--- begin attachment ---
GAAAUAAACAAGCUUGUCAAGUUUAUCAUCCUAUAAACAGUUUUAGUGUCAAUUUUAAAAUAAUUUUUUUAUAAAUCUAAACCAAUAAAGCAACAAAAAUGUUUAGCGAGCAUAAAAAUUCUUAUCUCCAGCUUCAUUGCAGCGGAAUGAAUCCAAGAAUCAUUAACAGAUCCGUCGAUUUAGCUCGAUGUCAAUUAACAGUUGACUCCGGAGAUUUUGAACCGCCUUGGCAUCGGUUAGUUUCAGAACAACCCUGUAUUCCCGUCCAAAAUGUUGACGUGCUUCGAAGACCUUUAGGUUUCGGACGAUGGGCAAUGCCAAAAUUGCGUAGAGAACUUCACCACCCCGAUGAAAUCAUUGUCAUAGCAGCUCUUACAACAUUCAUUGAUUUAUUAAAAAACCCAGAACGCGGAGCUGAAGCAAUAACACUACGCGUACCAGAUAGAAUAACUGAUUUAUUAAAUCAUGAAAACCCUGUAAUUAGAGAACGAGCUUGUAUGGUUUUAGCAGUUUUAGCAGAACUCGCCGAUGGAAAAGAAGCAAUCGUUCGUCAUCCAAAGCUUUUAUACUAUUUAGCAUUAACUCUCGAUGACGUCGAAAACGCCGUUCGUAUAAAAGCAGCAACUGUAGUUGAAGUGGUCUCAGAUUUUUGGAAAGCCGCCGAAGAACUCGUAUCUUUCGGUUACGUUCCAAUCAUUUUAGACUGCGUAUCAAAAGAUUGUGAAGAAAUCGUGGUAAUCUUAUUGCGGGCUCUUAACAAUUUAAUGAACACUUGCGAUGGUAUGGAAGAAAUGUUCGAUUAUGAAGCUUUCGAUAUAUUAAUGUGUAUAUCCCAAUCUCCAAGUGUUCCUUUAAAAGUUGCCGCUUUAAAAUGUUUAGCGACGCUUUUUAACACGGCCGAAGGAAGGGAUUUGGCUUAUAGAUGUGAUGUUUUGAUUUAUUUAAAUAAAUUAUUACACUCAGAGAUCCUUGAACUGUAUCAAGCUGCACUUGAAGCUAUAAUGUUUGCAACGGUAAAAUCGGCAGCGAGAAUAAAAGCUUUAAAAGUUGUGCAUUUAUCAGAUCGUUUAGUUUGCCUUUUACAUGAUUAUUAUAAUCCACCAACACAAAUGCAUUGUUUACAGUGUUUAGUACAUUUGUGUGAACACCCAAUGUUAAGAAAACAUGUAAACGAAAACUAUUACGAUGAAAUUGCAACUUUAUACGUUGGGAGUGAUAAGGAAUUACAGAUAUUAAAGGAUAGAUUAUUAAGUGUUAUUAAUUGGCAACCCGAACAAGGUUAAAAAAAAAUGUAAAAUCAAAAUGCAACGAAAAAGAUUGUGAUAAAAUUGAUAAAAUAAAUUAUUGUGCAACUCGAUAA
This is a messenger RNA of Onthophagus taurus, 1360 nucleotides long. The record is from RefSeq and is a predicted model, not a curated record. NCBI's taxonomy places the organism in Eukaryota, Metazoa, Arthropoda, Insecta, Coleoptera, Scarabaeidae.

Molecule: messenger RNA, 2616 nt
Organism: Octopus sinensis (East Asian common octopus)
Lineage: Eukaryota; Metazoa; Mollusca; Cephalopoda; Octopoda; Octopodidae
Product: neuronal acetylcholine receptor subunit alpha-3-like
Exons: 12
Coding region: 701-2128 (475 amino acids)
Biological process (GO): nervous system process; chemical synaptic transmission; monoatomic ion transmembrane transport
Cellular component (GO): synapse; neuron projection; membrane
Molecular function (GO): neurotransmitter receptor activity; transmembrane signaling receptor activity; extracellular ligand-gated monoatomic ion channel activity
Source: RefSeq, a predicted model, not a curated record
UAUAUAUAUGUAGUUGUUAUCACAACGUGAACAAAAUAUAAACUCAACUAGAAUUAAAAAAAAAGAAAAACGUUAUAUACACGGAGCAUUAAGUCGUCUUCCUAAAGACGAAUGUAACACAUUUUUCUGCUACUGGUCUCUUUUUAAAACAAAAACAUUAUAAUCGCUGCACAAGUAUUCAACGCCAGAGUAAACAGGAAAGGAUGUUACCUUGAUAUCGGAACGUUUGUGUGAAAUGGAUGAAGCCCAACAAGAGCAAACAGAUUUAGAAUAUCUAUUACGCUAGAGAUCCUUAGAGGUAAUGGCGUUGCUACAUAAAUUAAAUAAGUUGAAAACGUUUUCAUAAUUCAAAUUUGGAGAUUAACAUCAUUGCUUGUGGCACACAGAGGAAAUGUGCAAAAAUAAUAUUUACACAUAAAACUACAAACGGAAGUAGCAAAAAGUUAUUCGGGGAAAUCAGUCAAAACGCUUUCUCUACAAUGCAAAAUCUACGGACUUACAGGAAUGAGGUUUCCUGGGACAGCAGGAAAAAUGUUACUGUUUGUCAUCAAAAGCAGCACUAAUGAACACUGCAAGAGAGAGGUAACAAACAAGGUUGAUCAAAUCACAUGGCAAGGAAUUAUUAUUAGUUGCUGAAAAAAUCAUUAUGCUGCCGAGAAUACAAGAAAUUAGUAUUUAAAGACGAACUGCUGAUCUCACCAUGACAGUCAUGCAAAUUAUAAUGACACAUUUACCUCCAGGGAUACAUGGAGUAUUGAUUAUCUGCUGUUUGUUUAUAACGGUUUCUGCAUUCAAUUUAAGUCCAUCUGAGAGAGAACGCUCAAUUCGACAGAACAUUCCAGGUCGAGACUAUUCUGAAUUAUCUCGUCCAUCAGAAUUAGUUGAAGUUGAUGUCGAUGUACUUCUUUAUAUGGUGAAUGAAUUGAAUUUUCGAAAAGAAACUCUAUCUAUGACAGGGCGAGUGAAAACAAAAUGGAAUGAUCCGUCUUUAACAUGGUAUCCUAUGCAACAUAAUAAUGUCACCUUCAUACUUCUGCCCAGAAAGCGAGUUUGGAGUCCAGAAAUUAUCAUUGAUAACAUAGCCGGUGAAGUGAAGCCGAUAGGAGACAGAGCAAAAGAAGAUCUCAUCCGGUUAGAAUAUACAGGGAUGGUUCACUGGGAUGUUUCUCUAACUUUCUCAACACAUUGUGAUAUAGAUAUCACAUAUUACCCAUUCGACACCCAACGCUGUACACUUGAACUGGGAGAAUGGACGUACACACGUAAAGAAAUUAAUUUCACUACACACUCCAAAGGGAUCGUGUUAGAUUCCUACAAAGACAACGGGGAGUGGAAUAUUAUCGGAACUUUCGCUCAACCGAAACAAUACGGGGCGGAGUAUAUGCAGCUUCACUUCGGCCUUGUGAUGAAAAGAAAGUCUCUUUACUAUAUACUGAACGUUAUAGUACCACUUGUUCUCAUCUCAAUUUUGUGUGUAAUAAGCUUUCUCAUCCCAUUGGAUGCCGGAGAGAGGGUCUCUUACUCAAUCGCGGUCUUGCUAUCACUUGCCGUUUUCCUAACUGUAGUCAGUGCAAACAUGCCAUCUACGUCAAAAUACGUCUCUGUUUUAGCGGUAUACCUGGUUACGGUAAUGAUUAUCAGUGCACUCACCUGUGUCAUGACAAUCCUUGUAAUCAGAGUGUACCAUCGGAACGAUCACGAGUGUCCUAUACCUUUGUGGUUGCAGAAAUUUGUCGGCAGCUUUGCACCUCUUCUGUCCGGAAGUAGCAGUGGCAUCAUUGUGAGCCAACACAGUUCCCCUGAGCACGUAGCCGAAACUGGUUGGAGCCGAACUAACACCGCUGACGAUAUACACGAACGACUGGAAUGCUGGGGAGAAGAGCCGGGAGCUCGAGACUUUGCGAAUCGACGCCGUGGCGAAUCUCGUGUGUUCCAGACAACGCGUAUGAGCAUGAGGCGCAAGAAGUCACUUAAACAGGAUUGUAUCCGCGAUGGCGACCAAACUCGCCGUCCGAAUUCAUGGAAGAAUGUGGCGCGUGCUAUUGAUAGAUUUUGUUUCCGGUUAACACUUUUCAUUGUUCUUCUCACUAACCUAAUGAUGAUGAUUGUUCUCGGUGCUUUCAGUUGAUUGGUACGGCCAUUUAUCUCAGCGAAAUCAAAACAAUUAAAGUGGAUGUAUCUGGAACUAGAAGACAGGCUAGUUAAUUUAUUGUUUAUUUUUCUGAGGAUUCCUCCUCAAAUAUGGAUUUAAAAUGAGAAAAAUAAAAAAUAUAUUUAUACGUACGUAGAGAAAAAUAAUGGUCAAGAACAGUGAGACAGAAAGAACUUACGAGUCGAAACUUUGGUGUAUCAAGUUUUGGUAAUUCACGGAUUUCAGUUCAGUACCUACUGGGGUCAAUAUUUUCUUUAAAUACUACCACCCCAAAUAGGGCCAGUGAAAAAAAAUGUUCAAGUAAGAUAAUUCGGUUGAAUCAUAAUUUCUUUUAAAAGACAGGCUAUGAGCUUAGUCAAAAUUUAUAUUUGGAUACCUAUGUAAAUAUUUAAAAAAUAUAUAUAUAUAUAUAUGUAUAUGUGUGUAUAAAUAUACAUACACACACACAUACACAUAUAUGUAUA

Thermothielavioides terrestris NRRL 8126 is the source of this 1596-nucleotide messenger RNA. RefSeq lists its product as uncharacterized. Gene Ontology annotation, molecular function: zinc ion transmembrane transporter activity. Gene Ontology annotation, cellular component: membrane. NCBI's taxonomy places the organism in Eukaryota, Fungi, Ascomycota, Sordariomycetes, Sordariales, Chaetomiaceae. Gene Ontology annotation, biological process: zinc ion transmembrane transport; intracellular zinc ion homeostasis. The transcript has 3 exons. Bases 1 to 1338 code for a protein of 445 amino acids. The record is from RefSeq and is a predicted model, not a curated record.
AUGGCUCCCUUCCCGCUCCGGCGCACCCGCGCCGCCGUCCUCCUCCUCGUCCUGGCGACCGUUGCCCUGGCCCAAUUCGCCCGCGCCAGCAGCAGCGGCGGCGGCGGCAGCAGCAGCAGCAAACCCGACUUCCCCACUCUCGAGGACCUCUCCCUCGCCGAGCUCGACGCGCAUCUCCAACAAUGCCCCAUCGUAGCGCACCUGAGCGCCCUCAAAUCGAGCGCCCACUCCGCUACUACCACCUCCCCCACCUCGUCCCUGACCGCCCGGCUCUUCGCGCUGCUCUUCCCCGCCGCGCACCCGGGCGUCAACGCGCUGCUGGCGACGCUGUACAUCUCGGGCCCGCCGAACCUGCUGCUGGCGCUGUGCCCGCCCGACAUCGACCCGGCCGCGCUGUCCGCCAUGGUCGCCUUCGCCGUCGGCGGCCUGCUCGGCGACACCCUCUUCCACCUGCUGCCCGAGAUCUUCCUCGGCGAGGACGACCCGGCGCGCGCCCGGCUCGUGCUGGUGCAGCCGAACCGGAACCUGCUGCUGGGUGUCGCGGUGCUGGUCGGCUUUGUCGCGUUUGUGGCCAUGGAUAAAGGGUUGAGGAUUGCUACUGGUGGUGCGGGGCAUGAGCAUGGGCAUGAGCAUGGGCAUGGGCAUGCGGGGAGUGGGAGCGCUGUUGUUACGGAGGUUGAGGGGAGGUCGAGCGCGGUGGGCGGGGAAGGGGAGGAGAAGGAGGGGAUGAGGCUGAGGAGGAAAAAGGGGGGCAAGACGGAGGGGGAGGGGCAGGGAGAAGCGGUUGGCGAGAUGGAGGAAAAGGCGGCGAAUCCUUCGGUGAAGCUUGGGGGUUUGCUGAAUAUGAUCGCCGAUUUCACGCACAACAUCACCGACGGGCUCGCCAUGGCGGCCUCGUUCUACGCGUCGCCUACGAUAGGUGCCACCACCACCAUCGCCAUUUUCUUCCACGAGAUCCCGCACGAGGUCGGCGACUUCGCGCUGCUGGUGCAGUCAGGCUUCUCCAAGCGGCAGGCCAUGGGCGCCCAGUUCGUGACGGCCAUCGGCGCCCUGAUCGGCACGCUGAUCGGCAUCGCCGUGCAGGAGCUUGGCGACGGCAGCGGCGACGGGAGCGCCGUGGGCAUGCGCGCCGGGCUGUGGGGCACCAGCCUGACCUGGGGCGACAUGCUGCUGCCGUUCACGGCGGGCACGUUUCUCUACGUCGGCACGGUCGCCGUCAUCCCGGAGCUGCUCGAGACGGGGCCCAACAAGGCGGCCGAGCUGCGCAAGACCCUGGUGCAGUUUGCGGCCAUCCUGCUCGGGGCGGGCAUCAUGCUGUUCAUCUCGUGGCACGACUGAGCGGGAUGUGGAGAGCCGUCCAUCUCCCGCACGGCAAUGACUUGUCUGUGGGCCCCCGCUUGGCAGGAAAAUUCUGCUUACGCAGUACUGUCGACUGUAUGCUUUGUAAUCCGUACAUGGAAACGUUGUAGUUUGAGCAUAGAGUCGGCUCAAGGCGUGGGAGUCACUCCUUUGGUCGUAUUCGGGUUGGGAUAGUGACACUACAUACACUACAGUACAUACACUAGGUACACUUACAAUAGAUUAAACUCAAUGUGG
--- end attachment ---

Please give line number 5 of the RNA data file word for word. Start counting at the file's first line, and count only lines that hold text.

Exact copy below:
Lineage: Eukaryota; Metazoa; Mollusca; Cephalopoda; Octopoda; Octopodidae